Alumni Spotlight: Yuridia Ramírez (B.A. '11)
Yuridia Ramírez’s email signature is nine lines long. That only includes what she’s currently doing, which is titled as follows: Chancellor’s Postdoctoral Fellow for 2018-19 in the Department of Latina/Latino Studies at the University of Illinois at Urbana-Champaign and Assistant Professor, Latina/o Studies & Global and Intercultural Studies, Department of Global and Intercultural Studies at Miami University.
A 2011 graduate of the professional journalism track, she was a first-generation college student, born of Mexican immigrant parents. She credits the advisor Ellen Sunshine for tagging her as a multicultural student, thus opening up educational opportunities, and mentors like former HSJMC associate professor Brian Southwell, associate professor Giovanna Dell,Orto, and Mark Pedelty, professor of communications studies, for showing her the way.
“I had done journalism in high school and was the editor of my senior paper. I loved journalism but I guess I hadn’t considered doing journalism. As it turns out, I fell in love more, because of its potential,” Ramírez said. “I realized I could write about what I wanted to write about: immigration, race, social justice. This is what I wanted to do.”
Ramírez stepped into the professional world by writing for La Prensa, a biweekly Latino publication in the Twin Cities, while attending classes, during a time of great social change for the Latino community. Her interest in social change, justice, and organization grew.
Upon graduation, she went into the honors Ph.D. program in History at Duke University. “I told myself, ‘Let me believe all these people telling me I could be a great professor.’ I learned from the best.”
“I didn’t leave my journalism behind,” she said. “I’m an oral historian, which means I do a lot of interviews with folks. I do life history and trace them, and through my dissertation to the book manuscript I’m working on now.”
The topic? Considering the heterogeneity of Latino, and specifically both indigenous and non-indigenous Mexicans and their migration. She’s also working on a chapter with a colleague for an anthology that asks: When is a migrant a refugee?
“It’s impossible to not consider the things that have been occurring throughout this year, and especially with the movement of folks now, within the work we are writing,” she said. “Writing, for me, while oftentimes painful, seems so critical and urgent in these times, not only to place into context what it is we are witnessing, but also to make sense of it for my own self, to work out the intricacies that hurt and pain me the most.”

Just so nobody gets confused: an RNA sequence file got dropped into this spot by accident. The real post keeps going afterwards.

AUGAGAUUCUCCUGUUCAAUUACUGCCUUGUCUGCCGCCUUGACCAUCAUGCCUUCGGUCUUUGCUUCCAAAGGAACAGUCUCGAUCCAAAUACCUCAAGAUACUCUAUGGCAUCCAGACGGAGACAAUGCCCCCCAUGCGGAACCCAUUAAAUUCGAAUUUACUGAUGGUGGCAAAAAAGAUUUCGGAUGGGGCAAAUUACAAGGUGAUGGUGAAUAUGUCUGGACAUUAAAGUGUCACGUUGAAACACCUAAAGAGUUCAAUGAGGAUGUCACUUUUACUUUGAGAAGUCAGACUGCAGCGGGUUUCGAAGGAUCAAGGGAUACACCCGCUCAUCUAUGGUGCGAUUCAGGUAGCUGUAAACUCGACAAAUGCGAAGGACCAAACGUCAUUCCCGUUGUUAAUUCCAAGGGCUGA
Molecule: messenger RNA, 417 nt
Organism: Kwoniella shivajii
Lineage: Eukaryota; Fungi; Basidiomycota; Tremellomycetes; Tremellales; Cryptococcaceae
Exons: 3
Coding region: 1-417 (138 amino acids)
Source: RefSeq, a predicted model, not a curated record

Ramírez brings an immediacy to her work, viewing it through the lens of a child of immigrants. When her mother, six months pregnant with Yuridia and carrying Yuridia’s one-year-old brother, crossed the border in San Juan Capistrano, California in 1988, the entire landscape changed for her children. “Everything I do is for my parents—to honor their experiences, to recognize their sacrifices, to celebrate their strength. They are the ones who give me strength, and I feel incredibly responsible to my communities to keep doing the work I do.”
Ramírez says there is a concerted effort in the academic community to become more public intellectuals—out from the Ivory Tower and instead on the streets in pursuit of social justice. That is sometimes through op-eds in newspapers, on social media, or through the type of work she does: oral histories.
“Journalism is about the contemporary moment, but we need to contextualize it, which is what history is all about. They are the perfect coupling of careers,” she said. “I love bringing really important stories to life, through the voice of the actors themselves. I’m writing about super important things—immigration, race, questions of diversity—it just so happened history was a way for me to be able to write and teach about them.”
For a woman who entered college with a perhaps blurry vision of what her life would become, she has built a giant, detailed dream. Her restlessness has been channeled into working toward an ideal future state. “I envision a world through which all migrants are treated with dignity and respect and allowed the opportunity to live prosperous lives, especially in the ancestral lands of indigenous peoples in which we ourselves are visitors,” she says.
“I have never seen myself as just a scholar, or an activist, or the child of immigrants, or a working-class kid, or a Midwesterner, or a person of faith,” she says. “Most critically, I think I am called as a believer to love humanity and fight for justice; in everything I do, I aim to never forget that.”